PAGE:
Before giving birth I got the question about breast or bottle feeding. I always said – If I’m able to I’d love to breastfeed. I had this image of how amazing it would be and feel. Rainbows and unicorns, glitter and sparkles.
However giving birth to Alfie was a pretty traumatic experience for my body and due to very, very low iron levels my milk production was very slow. The milk was there, just not enough of it and it didn’t really fill up again quick enough after feeds. The midwife said we should top up with formula as Alfie wasn’t gaining weight.
I don’t know if the low production was the reason but I never got that amazing feeling when breastfeeding. Sure, it’s nice and it has gotten better. But no rainbows or unicorns as far as I can see.
So there we were frantically making formula and sterilising bottles left, right and centre. I’m so happy Alfie took the bottle as if it was the boob. What also started happening was his sleeps became longer. Wow! “Why is not everyone formula-feeding their babies?!” I thought.
Very early Alfie started sleeping through the night. Which I was petrified of letting other mums know as I didn’t want to be punched in the face (insert appropriate emoji or gif). We thought we had cracked the code. We knew what no one else knew… or so we thought.
Cue sleep regression at three months.
Oh, erm, gee. Basically what happened was Alfie got ill and realised he didn’t have to sleep in his bed. He could sleep on mum and have unlimited access to boobs.
So that happened, what could I do? Surrender. This is not a battle to try to win, people. Not at 1, 2, 3, 4 aaaand 5am.
After intense feeding periods during the nights my milk production kicked in properly. If Alfie didn’t wake up around the same time every night, I had to get up and pump as it was leaking through everything. It’s also quite painful to have boobs so full of milk it’s shooting out of them.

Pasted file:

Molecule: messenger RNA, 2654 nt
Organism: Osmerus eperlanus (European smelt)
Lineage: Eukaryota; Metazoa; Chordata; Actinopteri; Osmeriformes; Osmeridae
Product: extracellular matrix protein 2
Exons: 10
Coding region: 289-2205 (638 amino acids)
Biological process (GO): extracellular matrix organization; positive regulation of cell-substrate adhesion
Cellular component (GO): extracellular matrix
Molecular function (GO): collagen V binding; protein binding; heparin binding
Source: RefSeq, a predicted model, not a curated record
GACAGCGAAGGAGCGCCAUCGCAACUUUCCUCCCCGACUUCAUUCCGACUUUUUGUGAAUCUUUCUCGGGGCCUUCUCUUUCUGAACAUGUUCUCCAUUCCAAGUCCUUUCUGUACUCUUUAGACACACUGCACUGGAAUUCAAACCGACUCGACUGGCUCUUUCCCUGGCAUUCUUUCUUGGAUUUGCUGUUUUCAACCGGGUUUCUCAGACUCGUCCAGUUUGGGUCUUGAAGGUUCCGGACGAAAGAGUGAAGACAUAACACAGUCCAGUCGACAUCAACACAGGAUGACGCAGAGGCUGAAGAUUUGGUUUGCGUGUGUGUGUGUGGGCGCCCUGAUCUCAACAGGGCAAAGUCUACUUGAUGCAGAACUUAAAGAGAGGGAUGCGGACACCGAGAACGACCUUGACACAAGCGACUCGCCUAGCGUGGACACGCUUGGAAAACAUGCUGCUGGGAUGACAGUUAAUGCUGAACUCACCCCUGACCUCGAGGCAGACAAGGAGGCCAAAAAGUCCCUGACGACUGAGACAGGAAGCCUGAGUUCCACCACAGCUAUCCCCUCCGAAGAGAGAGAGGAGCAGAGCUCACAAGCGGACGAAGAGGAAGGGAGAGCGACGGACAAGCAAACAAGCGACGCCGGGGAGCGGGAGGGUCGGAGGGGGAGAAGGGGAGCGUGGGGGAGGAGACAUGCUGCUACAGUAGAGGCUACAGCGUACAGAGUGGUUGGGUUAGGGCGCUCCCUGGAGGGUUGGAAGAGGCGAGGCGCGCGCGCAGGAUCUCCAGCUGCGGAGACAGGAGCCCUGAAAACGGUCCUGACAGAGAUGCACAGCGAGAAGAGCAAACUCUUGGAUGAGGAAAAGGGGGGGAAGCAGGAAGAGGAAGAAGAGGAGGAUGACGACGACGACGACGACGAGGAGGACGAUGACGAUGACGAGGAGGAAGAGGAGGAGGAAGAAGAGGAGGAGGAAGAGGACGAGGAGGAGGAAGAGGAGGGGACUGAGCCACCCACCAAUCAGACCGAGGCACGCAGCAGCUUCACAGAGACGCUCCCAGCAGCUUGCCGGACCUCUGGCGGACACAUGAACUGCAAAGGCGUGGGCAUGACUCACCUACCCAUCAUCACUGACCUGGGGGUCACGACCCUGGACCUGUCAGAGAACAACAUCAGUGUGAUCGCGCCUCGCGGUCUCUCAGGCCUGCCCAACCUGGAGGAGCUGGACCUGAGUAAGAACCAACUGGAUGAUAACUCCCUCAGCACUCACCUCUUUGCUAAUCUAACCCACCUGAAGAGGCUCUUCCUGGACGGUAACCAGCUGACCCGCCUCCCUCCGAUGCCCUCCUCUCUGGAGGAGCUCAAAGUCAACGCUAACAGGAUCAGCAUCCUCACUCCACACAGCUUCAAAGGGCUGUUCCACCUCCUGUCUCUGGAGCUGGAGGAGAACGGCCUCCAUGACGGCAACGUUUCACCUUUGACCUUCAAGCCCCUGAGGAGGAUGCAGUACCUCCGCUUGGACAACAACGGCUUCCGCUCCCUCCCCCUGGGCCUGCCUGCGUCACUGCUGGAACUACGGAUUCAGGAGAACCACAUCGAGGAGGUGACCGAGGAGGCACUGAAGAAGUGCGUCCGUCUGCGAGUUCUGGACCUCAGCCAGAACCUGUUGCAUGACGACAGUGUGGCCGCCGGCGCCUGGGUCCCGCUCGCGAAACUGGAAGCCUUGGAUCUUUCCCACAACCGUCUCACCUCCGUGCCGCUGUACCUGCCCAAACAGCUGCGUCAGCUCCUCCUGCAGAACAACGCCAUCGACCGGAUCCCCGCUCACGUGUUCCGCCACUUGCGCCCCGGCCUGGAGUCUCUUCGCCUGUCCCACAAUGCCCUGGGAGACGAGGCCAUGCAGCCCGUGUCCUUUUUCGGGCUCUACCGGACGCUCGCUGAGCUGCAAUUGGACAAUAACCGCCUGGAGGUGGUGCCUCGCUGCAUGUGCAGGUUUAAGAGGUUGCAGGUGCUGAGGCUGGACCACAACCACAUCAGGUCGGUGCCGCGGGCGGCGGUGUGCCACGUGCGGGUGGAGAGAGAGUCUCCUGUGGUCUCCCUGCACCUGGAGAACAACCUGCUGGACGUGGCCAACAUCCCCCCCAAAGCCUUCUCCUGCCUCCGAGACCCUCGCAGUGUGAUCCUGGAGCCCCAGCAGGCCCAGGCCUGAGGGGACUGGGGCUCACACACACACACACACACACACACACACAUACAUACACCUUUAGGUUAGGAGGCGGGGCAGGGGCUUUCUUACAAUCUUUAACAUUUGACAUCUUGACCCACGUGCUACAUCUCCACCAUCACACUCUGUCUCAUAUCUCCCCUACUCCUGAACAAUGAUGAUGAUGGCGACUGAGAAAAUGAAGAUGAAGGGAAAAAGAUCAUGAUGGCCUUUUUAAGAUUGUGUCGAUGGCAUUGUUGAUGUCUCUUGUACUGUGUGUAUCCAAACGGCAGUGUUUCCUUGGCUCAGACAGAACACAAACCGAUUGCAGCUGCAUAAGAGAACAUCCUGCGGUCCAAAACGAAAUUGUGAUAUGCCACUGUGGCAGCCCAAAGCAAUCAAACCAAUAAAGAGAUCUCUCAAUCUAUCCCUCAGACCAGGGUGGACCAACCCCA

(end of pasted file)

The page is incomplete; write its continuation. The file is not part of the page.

Things calmed down after a while and Alfie wasn’t needing boob every hour but then his first teeth came through. I was convinced this is the time to stop breastfeeding. I went to Instagram to see what other mums have done in the past and how to stop him from needing the boob at night but also daytime. I basically felt I was done with breastfeeding.
I got great tips such as: remove one breastfeeding meal at a time and swap it for bottle. Eventually your milk just won’t come and he’ll be super frustrated and take the bottle. This is great! But I haven’t really mastered it quite yet.
Another tip for stopping twilight feeds is to have your partner – who doesn’t have the milky boobs – to take all the nighttime wake-ups and just offer the bottle. This is most likely to be better received when there’s no milky boobs around. We tried this for maybe a couple of nights without much luck.
So where are we now? I’d say we’re halfway there. I breastfeed if he needs during the night as it’s just convenient. I also breastfeed the first thing in the morning when he wakes up, again out of convenience. Then once, maybe twice, during the day depending on his mood. And normally for bedtime. So, three sometimes four times a day. And the rest is bottles.
I think in order to be successful in the above weaning both Jack and I need to be more organised and have everything prepared. I think I’m gonna have to sleep in a different room when we do make the full commitment as otherwise Alfie will see me and not give in his fight for his rights to boobies.
Please feel free to share your own baby feeding experience and how you eventually got your nights back, and your boobs if breastfeeding.
Enjoy your day and hopefully you’ll get to sleep well, even if it’s only five minutes at a time.